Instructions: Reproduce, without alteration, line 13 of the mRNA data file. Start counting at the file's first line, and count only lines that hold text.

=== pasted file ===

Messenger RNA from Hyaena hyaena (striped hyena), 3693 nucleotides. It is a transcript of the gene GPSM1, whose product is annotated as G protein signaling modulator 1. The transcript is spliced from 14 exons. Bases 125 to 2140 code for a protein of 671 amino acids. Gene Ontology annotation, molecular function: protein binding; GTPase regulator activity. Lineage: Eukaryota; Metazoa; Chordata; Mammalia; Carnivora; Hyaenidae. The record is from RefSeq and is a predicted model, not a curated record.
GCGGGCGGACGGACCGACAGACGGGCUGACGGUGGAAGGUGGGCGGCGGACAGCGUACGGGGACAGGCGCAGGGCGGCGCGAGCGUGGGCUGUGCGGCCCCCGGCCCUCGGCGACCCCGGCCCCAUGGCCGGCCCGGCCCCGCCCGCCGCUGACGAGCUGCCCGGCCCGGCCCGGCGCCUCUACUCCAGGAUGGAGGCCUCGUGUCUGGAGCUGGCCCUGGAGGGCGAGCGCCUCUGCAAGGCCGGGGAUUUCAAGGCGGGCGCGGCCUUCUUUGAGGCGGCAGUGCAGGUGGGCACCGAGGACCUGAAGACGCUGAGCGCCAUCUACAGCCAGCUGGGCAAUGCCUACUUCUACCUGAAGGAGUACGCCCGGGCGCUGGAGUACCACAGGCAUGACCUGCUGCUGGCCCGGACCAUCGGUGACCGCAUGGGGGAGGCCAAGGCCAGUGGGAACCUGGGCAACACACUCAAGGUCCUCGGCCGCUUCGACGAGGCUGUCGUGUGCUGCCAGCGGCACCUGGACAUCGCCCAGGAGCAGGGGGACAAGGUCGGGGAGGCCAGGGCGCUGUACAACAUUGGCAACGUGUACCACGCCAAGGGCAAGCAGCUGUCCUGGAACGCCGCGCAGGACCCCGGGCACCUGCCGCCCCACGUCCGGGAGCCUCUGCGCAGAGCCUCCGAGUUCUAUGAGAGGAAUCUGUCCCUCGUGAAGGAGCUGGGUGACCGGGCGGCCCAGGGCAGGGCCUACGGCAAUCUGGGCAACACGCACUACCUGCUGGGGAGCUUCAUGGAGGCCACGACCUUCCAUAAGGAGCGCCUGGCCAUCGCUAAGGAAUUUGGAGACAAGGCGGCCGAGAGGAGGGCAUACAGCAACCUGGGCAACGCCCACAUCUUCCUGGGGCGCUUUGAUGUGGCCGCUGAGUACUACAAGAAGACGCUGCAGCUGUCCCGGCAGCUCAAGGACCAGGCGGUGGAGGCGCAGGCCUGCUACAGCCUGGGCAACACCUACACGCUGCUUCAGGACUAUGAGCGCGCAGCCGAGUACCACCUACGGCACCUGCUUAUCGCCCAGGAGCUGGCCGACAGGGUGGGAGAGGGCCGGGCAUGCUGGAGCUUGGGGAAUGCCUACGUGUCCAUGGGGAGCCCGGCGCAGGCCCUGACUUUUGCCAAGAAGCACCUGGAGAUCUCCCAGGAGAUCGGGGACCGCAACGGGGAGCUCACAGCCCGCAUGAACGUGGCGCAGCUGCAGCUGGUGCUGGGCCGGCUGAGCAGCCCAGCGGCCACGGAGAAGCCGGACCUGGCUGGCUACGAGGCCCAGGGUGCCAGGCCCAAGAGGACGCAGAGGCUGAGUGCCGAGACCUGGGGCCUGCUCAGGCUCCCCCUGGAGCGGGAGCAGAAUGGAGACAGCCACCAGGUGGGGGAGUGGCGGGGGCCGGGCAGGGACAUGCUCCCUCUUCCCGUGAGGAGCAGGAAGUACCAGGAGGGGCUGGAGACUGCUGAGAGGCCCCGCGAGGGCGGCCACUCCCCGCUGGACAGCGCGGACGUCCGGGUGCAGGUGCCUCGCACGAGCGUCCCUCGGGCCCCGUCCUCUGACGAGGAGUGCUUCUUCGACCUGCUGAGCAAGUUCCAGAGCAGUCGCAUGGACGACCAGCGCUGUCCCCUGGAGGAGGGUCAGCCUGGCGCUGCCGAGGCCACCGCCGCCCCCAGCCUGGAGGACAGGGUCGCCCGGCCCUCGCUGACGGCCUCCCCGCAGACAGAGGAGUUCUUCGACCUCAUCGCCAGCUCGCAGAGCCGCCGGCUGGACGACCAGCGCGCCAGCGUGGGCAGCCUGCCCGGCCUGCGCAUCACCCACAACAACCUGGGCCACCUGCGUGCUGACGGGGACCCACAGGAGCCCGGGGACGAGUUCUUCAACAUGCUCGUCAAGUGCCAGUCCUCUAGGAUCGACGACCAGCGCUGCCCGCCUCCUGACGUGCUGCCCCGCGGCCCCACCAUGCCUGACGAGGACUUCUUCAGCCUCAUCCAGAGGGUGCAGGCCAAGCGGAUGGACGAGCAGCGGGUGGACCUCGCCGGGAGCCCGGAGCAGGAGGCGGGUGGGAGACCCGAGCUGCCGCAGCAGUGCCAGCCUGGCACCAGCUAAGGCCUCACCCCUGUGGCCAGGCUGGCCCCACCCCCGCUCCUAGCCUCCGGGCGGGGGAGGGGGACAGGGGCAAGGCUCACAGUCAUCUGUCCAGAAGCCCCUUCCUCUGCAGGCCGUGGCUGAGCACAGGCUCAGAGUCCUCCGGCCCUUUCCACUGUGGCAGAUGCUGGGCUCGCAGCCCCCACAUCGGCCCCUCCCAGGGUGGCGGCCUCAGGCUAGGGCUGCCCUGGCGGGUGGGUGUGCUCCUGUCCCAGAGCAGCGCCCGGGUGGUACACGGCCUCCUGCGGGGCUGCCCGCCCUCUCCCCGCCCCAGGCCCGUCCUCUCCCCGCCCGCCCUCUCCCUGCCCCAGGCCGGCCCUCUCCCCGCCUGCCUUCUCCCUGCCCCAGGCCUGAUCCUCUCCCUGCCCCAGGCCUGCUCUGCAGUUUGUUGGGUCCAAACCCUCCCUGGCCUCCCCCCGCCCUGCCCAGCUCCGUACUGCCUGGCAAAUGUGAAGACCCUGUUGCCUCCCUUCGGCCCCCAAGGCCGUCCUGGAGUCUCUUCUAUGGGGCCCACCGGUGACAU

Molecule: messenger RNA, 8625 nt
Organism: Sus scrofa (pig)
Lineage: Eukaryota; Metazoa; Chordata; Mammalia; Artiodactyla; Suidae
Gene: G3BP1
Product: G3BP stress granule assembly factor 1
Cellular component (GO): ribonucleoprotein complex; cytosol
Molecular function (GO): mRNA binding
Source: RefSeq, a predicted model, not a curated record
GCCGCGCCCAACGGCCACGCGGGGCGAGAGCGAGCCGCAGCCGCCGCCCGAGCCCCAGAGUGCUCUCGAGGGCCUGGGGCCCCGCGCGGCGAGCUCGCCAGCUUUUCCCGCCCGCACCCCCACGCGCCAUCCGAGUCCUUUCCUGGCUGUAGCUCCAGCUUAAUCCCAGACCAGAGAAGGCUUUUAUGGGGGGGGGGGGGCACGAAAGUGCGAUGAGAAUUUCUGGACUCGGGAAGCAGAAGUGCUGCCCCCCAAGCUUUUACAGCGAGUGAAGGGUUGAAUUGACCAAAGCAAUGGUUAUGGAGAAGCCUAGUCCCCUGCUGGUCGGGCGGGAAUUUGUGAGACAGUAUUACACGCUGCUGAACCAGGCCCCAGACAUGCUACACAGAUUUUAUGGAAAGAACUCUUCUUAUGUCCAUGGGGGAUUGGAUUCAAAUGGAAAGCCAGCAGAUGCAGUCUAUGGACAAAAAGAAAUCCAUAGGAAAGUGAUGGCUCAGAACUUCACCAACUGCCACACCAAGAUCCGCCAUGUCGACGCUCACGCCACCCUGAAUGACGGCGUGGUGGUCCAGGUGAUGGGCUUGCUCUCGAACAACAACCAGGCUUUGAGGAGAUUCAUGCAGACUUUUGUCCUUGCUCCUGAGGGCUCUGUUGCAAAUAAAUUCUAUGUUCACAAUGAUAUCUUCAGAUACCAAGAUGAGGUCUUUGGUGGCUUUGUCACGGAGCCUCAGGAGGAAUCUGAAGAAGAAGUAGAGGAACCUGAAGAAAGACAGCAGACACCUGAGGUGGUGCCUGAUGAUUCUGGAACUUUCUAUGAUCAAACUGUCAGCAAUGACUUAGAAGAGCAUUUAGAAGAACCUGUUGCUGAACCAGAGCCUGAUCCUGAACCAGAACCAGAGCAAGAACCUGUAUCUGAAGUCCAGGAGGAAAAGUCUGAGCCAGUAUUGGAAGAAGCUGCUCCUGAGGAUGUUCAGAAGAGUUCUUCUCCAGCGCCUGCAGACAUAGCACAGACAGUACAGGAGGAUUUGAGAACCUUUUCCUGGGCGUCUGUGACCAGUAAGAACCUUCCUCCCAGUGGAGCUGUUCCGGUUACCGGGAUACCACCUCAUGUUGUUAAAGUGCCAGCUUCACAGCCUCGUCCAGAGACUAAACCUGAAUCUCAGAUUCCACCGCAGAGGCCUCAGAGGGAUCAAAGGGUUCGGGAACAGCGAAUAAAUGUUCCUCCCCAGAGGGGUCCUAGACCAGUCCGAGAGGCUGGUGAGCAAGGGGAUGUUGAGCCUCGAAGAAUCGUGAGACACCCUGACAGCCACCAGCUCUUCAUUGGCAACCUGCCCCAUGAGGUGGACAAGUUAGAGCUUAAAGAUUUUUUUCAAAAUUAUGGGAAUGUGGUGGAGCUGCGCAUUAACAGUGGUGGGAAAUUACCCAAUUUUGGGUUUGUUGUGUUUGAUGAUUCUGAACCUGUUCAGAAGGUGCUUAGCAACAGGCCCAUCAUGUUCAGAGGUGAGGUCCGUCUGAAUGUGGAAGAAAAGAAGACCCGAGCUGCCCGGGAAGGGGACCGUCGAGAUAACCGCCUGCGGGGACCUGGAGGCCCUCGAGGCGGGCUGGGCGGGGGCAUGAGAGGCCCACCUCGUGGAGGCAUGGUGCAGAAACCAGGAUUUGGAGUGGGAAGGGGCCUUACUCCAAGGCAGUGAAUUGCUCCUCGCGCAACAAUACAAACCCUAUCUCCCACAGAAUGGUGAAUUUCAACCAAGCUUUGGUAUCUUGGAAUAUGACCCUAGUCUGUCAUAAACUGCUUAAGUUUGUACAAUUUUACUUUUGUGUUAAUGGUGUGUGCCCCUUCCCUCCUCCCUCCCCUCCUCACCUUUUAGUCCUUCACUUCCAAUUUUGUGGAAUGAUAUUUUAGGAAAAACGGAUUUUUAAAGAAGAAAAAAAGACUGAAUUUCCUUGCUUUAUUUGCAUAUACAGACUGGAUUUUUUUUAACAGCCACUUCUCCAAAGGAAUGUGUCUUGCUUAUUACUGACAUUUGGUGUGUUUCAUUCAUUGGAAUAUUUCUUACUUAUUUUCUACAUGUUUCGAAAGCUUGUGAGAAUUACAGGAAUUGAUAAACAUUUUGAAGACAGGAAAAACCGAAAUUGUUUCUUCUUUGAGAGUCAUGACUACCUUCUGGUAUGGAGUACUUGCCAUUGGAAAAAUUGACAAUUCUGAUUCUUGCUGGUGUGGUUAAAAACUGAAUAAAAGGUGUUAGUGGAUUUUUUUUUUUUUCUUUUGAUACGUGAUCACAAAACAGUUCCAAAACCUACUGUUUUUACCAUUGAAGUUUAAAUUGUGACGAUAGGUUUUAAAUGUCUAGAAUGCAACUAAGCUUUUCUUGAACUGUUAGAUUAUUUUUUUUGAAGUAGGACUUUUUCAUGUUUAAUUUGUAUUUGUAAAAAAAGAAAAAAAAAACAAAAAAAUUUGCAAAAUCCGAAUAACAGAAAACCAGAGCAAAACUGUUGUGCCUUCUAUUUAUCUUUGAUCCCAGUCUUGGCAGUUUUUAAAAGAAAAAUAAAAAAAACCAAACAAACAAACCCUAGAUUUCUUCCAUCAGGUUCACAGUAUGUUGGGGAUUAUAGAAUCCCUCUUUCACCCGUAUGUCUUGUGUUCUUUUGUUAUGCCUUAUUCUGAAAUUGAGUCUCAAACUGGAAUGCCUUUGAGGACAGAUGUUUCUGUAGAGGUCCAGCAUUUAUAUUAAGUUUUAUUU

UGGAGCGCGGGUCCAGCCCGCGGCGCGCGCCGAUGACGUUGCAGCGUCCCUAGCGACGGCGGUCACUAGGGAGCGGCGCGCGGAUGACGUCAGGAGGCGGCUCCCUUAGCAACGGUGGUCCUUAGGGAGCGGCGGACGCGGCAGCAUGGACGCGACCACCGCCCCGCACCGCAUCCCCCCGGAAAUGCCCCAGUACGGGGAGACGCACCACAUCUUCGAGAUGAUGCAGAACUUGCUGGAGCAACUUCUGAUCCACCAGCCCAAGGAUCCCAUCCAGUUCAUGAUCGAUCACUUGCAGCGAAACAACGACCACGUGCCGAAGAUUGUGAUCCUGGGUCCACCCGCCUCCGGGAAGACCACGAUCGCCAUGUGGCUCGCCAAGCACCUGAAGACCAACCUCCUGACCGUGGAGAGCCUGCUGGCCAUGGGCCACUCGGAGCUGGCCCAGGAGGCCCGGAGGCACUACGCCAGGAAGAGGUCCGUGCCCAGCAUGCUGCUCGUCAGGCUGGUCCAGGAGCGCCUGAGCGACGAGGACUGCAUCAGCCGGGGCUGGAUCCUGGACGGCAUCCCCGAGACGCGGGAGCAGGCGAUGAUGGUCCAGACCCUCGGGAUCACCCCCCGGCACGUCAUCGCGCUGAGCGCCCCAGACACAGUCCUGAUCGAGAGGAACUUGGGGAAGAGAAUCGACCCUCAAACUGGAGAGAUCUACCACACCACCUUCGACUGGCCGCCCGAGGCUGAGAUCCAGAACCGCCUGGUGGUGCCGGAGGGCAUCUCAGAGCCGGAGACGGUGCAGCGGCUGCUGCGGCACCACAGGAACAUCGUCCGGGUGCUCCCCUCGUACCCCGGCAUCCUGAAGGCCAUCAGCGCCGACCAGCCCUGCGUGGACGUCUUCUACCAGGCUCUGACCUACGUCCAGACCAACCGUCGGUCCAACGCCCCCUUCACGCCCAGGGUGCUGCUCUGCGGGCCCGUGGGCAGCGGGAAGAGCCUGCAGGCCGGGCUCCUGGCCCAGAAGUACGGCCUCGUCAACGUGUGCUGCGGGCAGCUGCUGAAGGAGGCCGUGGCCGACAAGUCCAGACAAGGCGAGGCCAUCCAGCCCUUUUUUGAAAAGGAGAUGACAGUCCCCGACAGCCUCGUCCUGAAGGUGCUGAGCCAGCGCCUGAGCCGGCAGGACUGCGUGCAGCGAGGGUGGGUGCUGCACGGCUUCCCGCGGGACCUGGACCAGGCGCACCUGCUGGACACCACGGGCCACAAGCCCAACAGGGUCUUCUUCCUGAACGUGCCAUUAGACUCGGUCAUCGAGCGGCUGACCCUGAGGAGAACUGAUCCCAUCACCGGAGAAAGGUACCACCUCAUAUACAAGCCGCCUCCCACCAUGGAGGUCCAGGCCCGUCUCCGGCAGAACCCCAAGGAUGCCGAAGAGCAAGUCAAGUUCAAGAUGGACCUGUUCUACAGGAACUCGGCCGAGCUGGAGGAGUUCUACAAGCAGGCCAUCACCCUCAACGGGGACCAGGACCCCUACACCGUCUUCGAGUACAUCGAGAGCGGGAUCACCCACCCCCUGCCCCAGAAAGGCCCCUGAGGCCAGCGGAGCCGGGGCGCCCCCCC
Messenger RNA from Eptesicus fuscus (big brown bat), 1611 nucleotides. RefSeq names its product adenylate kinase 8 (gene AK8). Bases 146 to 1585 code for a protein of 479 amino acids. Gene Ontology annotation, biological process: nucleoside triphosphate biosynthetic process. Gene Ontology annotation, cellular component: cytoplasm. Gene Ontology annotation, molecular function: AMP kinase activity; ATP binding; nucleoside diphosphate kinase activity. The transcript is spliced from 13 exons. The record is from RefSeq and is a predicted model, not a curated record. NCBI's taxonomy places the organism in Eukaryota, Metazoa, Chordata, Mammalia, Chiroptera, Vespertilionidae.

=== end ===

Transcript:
Messenger RNA from Eptesicus fuscus (big brown bat), 1611 nucleotides. RefSeq names its product adenylate kinase 8 (gene AK8). Bases 146 to 1585 code for a protein of 479 amino acids. Gene Ontology annotation, biological process: nucleoside triphosphate biosynthetic process. Gene Ontology annotation, cellular component: cytoplasm. Gene Ontology annotation, molecular function: AMP kinase activity; ATP binding; nucleoside diphosphate kinase activity. The transcript is spliced from 13 exons. The record is from RefSeq and is a predicted model, not a curated record. NCBI's taxonomy places the organism in Eukaryota, Metazoa, Chordata, Mammalia, Chiroptera, Vespertilionidae.